Halloween hazards and potential dangers for dogs

Halloween hazards and potential dangers for dogs

Because Halloween falls just a few days before bonfire night, many dog owners dread this time of year because of the flashes and bangs that fireworks create, and there are few areas of the country that will not be within sight and earshot of fireworks. However, Halloween itself can also be stressful for dogs, and again, many people set off fireworks then too – and so being prepared for Halloween as well as bonfire night is a good idea.

Halloween hazards can be very easy to miss or overlook, and can potentially land your dog in hot water – so in this article, we will look at some of the potential problems that can arise on Halloween, and how to keep your dog safe and comfortable. Read on to learn more.

Sweets and chocolate

Perhaps the most obvious potential risk that dog owners should be alert for around Halloween is the proliferation of sweets and chocolate in many homes, as people stock up for trick or treat visitors, or Halloween parties.

Chocolate is of course a major hazard for dogs, as are many other types of sweets and treats, particularly those containing artificial sweeteners like Xylitol, which is toxic to dogs.

Don’t leave bowls of sweets and candy on a shelf next to the front door, on a coffee table, or anywhere else your dog can reach. Also, if you are having a party or your children are going trick or treating, be vigilant about where the dog is at all times in relation to the sweets and chocolate, and keep track of all of the food!

Other Halloween foods

Any time of the year when we eat different foods, there is the risk of bringing in easy-to-miss hazards that could be dangerous for your dog to eat, coupled with the fact that your attention is likely to be split and your dog potentially opportunistic!

If you are making or buying something special for Halloween snacks and drinks, take the same care with how you use and store it as you would with chocolate and sweets.

Halloween decorations

If you like to decorate your home for Halloween, you should be careful with what you use and where you put it, in the same way that you would be with Christmas décor. Small, loose parts, hanging lights and ornaments and things that light up, flash or are motion-activated are all potential targets for your dog, and may be harmful.

Lots of activity in the streets

On Halloween itself, or in some cases, the weekends either side of the date, the streets may be busier than usual in the couple of hours after dark as children and parents go out trick or treating or heading off to parties.

This can be unnerving and daunting for dogs, especially given that the children are likely to be in costumes and quite excitable, so try to time your walks to avoid the worst of the rush, and so reduce your dog’s stress and ensure that both the dog and others are safe.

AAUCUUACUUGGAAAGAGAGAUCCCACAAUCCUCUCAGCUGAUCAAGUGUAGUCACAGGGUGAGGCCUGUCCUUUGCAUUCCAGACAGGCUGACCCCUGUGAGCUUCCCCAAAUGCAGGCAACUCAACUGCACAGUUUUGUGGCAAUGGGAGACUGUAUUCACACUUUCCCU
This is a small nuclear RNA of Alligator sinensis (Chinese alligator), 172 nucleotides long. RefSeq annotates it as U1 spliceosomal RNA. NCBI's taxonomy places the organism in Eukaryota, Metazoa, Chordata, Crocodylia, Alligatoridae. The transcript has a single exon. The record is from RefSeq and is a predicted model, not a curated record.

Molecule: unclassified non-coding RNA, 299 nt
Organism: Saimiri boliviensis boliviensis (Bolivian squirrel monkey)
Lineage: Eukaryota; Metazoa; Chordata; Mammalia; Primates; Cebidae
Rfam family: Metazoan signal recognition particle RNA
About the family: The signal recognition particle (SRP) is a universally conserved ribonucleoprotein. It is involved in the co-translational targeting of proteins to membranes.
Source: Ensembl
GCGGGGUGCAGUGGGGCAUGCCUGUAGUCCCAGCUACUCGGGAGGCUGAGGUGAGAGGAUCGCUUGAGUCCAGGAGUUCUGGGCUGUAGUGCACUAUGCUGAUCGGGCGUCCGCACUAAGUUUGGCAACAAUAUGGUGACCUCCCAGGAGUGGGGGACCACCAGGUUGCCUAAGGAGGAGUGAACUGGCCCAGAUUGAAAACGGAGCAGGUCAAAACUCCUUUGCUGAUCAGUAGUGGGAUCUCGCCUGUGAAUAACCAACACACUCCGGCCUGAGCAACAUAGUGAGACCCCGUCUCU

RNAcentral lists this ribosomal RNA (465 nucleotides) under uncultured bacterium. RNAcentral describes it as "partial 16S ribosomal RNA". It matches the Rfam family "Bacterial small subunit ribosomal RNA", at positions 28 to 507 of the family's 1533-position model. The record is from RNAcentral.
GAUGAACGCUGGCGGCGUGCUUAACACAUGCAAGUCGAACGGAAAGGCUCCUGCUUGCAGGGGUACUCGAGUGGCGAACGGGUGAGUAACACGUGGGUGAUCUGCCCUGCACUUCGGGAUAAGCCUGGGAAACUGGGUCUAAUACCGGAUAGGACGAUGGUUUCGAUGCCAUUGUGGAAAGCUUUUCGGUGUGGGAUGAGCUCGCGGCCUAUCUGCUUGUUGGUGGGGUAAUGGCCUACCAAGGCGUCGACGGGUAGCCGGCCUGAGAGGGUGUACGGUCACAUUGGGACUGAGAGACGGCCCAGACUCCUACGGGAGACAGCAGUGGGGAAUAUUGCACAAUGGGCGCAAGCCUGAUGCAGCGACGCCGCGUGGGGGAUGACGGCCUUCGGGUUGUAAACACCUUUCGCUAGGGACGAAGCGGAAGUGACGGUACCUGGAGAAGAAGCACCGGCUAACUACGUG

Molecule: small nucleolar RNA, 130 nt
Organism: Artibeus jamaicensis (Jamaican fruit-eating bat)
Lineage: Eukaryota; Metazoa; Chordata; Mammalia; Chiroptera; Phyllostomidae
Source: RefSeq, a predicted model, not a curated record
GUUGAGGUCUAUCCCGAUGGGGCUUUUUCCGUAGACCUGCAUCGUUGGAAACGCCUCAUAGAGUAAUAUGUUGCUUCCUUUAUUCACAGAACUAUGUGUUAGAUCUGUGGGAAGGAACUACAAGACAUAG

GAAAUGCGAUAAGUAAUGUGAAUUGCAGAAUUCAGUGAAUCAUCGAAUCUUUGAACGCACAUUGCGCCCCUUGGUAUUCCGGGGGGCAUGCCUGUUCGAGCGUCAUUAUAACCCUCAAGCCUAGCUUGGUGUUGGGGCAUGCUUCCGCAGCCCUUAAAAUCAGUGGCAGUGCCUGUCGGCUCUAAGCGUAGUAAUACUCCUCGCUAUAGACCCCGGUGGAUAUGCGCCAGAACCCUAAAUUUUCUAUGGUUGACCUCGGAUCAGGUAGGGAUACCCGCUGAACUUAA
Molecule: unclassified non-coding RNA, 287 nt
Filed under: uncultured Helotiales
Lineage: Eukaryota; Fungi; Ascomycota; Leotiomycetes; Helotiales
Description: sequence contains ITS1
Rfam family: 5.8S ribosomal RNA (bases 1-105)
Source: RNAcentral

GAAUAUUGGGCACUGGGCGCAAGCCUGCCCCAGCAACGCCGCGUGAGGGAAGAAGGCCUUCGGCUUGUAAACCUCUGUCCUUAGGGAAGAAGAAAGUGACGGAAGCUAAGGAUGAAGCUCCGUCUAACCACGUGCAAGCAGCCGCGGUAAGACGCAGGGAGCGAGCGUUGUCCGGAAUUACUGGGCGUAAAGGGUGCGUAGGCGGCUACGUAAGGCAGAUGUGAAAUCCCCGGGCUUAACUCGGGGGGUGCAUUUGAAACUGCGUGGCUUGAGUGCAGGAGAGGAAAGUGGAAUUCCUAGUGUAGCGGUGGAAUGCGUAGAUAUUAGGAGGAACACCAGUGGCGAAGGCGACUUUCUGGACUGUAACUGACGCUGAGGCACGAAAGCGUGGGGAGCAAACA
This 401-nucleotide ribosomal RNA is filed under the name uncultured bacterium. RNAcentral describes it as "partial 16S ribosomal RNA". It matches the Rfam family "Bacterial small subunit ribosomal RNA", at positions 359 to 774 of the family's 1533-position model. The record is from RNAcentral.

People coming to the door

Many dogs become very reactive at the sound of the doorbell, or people coming up and down the drive to get to the door. On Halloween, in certain areas this may take the form of a steady stream of people in the early evening, which can wind your dog up and make them quite unruly or irritable.

Think about how you intend to manage this, both to reduce your dog’s stress levels, and ensure that they do not dart out or become aggressive when people do come up to the door.

Costumes and fancy dress

The costumes and masks that many children and adults wear at Halloween can be unnerving for dogs, particularly if your face is covered or you are wearing a strange mask. This can trigger out-of-character reactions in dogs, so try to give people in dress-up a wide berth with your dog, and don’t put a mask or anything that will obscure your face on until you are out of your dog’s way.

Dogs and dress-up

Some families like to get the dog in on the act on Halloween, and dress them up just like the children! However, not all dogs take well to this, and while they may look cute, costumes and dressing up can be stressful for dogs, particularly if this is the first time you have done it and a lot of other things are going on as well.

Think carefully about whether or not it is in your dog’s best interests to dress them up on Halloween.


Finally, as mentioned, fireworks are very common at this time of year, and not just on bonfire night. As many people will be attending Halloween parties, it is almost inevitable that fireworks will be let off on Halloween as well as bonfire night, so take the usual steps to keep your dog calm and happy, and work at other times of the year to desensitise them to overreacting to fireworks and the light, noise and smells that they generate.

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